These videos, among others, indicated that Commander Tiger’s operations were taking place outside Batibo Central Town.

A new piece of footage emerged on November 12, 2018. This time, Commander Tiger is seen wearing his mask and accompanied by armed men. The group displays computers in front of a building which turned out to be the same school from the video which circulated in September.

In the same video roosters can be heard in the audio background and the sunlight strikes the building at a low angle which could be indicative of early hours in the morning. According to solar data and assuming the video was indeed recorded in early November in Batibo, the sun should have struck the school unit from the southeast, allowing us to confirm the precise location of the school (5.851561, 9.885138).

Commander Tiger’s video of lessons inside this school building does not provide detailed information about separatists’ groups vision for education in the Anglophone Regions. In recent years, some Ambazonian groups have claimed to be working on alternative curricula.

However, it is not possible at a distance to verify how far these plans have been implemented on the ground, or implemented at all.

Class, Gender and an Education Crisis

Women’s groups in Cameroon have been particularly vocal in calling for a stop to attacks on schools and have begged warring parties to put an end to violence.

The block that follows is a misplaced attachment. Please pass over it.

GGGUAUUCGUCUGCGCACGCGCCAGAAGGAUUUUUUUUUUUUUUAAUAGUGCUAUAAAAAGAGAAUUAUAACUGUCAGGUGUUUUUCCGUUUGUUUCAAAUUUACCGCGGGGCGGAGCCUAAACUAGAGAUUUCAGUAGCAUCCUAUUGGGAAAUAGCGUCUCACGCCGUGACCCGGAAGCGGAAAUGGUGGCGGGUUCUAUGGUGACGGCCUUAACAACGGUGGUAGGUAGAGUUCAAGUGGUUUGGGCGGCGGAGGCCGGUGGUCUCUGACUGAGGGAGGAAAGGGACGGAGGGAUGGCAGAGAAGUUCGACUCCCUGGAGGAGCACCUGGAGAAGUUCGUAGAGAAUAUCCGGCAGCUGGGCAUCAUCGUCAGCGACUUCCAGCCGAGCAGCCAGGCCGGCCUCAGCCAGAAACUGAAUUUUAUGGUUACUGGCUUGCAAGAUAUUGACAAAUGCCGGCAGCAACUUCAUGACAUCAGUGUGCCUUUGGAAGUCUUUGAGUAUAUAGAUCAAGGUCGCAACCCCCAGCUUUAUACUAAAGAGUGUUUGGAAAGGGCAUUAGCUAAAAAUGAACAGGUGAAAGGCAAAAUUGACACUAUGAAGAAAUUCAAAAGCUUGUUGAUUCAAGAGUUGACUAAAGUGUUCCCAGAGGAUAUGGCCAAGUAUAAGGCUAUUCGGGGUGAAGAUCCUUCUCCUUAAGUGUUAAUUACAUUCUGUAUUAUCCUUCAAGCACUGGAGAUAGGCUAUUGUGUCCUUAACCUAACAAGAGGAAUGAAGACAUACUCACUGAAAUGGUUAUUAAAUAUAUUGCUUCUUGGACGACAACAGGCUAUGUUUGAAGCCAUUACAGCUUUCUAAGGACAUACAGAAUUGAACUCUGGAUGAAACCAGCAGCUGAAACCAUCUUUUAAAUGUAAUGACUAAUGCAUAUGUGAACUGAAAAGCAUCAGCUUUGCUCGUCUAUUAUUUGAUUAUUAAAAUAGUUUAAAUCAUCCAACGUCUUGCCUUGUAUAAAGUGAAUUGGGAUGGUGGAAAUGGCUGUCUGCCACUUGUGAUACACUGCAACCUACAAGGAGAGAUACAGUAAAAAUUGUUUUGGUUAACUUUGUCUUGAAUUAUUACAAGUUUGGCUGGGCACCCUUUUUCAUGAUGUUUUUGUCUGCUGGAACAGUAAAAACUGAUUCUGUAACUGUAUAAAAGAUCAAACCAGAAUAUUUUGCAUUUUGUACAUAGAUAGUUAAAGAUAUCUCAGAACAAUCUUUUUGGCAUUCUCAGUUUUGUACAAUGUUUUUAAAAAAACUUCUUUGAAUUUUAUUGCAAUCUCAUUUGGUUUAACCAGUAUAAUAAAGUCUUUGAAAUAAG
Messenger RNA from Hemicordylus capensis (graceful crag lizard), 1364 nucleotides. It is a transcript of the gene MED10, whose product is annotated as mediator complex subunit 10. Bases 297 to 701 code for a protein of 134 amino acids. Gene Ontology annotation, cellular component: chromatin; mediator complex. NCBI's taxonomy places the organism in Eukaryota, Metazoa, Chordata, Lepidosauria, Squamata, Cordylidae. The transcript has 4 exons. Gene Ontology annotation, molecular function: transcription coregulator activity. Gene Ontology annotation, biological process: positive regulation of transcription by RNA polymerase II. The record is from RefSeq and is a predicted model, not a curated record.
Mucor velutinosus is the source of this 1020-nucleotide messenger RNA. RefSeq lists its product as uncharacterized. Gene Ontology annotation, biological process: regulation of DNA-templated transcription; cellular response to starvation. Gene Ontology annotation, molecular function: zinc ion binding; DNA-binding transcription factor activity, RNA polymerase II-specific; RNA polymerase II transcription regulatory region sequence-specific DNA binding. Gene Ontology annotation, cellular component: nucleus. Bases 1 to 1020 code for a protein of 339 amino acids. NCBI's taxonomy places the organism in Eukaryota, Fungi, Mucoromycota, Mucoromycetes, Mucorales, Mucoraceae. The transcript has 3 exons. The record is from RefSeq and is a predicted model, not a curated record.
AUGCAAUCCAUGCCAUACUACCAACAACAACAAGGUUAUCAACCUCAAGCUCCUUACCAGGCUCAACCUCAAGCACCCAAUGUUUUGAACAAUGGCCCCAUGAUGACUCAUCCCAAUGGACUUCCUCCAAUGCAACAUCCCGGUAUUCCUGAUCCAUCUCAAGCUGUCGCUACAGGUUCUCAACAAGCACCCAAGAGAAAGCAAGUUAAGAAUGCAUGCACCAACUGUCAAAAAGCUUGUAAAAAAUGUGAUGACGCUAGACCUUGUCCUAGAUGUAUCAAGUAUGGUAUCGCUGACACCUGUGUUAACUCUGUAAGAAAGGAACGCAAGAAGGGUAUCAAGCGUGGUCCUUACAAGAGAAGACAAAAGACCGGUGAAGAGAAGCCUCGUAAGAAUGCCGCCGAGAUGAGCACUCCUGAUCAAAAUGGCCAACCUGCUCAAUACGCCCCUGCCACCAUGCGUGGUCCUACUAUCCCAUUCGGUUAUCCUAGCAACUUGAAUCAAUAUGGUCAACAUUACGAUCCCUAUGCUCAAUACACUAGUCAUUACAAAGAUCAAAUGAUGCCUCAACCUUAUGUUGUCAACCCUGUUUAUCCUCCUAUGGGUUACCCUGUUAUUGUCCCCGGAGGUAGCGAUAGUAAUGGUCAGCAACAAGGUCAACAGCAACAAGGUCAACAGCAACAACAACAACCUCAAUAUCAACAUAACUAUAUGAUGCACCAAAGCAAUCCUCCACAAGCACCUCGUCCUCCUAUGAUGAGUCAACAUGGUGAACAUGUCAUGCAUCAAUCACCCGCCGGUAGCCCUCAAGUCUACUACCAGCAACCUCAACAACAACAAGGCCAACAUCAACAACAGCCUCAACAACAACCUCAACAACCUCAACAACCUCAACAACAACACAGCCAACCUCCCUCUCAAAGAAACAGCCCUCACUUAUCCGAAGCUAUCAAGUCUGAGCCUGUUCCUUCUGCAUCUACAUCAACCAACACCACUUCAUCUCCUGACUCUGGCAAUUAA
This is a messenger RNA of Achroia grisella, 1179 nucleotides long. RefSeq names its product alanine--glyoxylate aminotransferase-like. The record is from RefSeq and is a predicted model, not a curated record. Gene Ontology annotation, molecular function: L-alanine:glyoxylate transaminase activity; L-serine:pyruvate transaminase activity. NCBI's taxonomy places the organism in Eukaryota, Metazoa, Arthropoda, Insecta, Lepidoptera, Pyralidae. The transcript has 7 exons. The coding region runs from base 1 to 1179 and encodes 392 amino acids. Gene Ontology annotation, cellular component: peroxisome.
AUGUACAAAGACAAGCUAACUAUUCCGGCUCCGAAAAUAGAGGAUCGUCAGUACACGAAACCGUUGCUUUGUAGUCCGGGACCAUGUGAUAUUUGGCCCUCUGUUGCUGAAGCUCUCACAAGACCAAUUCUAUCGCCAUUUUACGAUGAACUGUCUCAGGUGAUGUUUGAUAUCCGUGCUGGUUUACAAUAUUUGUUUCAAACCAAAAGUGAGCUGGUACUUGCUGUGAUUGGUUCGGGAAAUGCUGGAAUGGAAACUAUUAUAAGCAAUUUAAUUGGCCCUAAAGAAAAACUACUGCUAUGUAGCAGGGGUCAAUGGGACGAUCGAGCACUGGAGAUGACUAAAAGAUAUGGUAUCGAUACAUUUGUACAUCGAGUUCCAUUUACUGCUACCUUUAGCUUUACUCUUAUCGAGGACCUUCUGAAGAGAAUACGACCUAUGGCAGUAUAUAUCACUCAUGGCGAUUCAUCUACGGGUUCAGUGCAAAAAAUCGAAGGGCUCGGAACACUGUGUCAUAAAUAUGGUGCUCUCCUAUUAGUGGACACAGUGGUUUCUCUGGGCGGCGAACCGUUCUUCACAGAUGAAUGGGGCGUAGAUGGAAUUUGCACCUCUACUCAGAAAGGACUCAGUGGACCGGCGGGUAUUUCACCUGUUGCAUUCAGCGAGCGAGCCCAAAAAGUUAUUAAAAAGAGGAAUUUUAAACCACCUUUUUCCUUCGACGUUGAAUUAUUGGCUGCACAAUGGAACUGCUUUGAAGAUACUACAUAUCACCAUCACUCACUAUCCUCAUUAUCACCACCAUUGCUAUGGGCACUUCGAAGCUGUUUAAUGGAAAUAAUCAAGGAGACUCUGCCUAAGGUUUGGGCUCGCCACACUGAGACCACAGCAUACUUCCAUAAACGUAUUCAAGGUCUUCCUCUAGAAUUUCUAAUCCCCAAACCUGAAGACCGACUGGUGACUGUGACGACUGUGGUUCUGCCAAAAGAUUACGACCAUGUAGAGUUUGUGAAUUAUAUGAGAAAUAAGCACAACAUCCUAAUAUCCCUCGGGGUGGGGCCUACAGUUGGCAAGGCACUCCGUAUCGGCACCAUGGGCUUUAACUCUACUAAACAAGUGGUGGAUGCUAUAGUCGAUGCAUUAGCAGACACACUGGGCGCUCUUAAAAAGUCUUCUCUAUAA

Esther Omam Njomo is a highly prominent Cameroonian activist, humanitarian and executive director of Reach Out Cameroon, a Buea-based NGO focused on the rights of women and children. In May 2018, she initiated the South West and North West Women’s Task Force (SNWOT) which brings together women’s civil society organisations to push for peace in the Anglophone regions. In May 2019, she testified on the crisis at the UN Security Council. Upon her return to Cameroon, she faced chilling attacks. Despite her advocacy attracting numerous threats, she continues to push for peace in the conflict zone.

In an interview with Bellingcat, Njomo spoke of an emerging rift between urban communities where schools, particularly private schools, have reopened and those in more rural areas which are still unsafe. Across the regions, she explained, the poor cannot pay to send their children to school elsewhere. “You have the rich and then you have the middle class and the poor and the villages who do not have the means to send the children to school.”

This widening class divide is accompanied by deepening gender inequality, noted the prominent activist.

“A significant number of people working in Cameroon’s schools depend on their salary from the government and most of them are women. In conservative parts of Cameroon, it’s one of the only jobs open to women. But we know that teachers in this country are one of the main targets”, she added. “Just as children are suffering, so are women. Some have resorted to becoming farmers so they can feed their families.”